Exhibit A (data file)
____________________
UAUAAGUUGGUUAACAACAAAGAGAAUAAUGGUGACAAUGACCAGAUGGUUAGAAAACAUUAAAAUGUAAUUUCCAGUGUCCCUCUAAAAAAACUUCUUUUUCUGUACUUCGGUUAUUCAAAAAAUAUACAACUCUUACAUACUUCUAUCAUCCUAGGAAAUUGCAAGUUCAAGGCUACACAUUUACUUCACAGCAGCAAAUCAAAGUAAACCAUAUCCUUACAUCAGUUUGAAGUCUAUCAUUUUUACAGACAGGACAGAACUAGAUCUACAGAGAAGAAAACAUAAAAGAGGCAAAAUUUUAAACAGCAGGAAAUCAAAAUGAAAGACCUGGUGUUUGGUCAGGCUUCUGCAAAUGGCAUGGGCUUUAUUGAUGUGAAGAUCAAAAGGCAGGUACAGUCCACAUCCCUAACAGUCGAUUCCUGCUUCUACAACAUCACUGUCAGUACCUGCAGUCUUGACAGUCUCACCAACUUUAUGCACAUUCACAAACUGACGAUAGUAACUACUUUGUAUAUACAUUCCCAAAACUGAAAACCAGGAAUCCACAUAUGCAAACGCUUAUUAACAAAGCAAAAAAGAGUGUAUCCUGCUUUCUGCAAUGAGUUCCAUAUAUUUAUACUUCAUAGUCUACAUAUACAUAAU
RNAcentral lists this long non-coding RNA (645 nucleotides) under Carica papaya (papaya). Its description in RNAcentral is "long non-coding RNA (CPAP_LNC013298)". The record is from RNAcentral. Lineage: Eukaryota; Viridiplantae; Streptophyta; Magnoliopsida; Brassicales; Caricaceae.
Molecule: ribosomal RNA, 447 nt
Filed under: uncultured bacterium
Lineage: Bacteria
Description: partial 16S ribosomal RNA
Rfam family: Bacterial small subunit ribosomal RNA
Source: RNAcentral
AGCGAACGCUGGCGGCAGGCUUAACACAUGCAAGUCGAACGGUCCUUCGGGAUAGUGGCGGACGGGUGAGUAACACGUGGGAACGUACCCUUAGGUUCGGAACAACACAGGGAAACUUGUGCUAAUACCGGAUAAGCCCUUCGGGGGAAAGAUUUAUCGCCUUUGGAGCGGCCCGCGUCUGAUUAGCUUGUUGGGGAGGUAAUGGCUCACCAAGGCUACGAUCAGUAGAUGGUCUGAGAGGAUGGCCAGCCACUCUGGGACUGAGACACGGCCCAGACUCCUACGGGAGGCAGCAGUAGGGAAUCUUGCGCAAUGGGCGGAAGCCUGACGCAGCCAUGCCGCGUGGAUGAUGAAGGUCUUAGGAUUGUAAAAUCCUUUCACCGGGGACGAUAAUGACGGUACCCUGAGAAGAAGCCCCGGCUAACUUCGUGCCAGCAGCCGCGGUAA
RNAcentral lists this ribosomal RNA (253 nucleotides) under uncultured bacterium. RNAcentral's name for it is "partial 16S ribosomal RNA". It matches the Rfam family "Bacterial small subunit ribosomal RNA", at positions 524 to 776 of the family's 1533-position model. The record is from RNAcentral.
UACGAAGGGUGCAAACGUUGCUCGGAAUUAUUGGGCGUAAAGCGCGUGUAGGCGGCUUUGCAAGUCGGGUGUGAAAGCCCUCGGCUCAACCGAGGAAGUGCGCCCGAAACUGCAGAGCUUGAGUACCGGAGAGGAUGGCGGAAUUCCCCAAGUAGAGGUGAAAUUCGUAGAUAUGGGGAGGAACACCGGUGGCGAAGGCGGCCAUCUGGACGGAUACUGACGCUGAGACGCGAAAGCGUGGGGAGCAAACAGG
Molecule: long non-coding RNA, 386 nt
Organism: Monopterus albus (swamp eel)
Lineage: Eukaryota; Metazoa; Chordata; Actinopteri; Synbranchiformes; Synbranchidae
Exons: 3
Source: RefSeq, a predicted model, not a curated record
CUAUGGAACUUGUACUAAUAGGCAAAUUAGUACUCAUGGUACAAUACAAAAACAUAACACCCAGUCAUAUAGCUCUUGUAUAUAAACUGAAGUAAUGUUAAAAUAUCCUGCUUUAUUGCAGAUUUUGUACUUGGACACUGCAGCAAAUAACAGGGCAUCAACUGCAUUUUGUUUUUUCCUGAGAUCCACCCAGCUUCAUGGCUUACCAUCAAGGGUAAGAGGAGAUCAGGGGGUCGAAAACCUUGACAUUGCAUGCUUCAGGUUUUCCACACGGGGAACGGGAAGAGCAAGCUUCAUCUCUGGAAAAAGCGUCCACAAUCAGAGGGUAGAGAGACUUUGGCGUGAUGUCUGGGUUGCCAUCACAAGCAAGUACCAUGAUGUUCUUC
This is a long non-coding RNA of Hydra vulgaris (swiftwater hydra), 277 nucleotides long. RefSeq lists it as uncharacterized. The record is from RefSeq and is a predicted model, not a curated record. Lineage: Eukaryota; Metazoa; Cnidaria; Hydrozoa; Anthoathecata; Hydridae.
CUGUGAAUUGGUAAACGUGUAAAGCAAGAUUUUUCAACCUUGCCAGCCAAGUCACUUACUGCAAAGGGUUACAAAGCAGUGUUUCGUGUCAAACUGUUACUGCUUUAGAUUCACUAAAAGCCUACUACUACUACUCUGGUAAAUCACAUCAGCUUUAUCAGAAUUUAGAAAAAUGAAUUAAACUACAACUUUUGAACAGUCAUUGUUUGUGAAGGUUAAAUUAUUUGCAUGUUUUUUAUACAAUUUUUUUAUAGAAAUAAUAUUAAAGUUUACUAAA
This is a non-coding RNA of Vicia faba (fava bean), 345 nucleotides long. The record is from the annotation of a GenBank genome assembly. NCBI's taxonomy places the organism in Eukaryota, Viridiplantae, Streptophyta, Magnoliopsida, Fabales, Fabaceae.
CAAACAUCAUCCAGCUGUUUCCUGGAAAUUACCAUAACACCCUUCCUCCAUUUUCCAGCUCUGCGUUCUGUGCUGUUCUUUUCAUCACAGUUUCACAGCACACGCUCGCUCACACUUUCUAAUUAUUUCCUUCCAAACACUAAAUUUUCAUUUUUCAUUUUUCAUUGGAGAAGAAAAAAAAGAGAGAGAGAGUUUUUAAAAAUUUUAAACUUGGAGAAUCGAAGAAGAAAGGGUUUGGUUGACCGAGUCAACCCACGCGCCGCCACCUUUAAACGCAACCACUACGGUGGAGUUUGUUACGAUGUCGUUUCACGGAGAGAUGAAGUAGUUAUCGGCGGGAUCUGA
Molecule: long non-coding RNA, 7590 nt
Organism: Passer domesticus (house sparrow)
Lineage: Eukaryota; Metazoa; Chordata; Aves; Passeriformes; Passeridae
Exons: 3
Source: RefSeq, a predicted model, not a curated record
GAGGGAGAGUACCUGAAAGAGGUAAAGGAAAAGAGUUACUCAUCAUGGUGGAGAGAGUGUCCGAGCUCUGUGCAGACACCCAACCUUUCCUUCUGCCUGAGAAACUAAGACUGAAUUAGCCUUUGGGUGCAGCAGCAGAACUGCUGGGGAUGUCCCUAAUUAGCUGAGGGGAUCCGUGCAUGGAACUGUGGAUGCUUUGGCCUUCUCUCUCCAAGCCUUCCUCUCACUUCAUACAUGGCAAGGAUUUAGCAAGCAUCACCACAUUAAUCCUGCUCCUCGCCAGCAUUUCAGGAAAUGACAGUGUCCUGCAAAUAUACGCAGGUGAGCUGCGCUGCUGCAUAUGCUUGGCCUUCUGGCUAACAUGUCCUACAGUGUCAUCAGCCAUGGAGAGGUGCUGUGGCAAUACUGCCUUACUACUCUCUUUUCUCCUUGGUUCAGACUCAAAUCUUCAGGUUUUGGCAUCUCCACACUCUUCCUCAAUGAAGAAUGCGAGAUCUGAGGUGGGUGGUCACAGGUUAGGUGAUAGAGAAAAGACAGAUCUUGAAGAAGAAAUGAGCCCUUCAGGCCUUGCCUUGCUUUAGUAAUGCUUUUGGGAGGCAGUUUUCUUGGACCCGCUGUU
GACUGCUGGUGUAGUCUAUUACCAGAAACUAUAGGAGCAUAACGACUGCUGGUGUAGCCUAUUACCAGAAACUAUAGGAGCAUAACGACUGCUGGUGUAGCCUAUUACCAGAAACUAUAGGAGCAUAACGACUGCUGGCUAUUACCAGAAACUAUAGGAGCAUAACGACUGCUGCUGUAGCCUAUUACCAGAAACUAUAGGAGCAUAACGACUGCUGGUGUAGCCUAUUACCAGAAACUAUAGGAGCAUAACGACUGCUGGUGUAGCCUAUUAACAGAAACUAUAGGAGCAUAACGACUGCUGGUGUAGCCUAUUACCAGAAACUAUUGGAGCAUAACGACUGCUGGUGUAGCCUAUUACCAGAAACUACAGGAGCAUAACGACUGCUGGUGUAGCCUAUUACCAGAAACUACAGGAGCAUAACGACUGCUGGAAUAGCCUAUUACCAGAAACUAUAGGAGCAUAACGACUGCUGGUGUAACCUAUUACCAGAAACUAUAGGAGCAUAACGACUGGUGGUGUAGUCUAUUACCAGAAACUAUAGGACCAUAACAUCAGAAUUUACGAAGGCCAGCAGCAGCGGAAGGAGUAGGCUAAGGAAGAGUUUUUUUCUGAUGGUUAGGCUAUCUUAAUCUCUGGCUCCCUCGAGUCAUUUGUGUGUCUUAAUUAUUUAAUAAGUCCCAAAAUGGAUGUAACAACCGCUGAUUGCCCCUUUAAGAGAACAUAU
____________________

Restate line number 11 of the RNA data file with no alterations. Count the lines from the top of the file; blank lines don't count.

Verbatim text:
UACGAAGGGUGCAAACGUUGCUCGGAAUUAUUGGGCGUAAAGCGCGUGUAGGCGGCUUUGCAAGUCGGGUGUGAAAGCCCUCGGCUCAACCGAGGAAGUGCGCCCGAAACUGCAGAGCUUGAGUACCGGAGAGGAUGGCGGAAUUCCCCAAGUAGAGGUGAAAUUCGUAGAUAUGGGGAGGAACACCGGUGGCGAAGGCGGCCAUCUGGACGGAUACUGACGCUGAGACGCGAAAGCGUGGGGAGCAAACAGG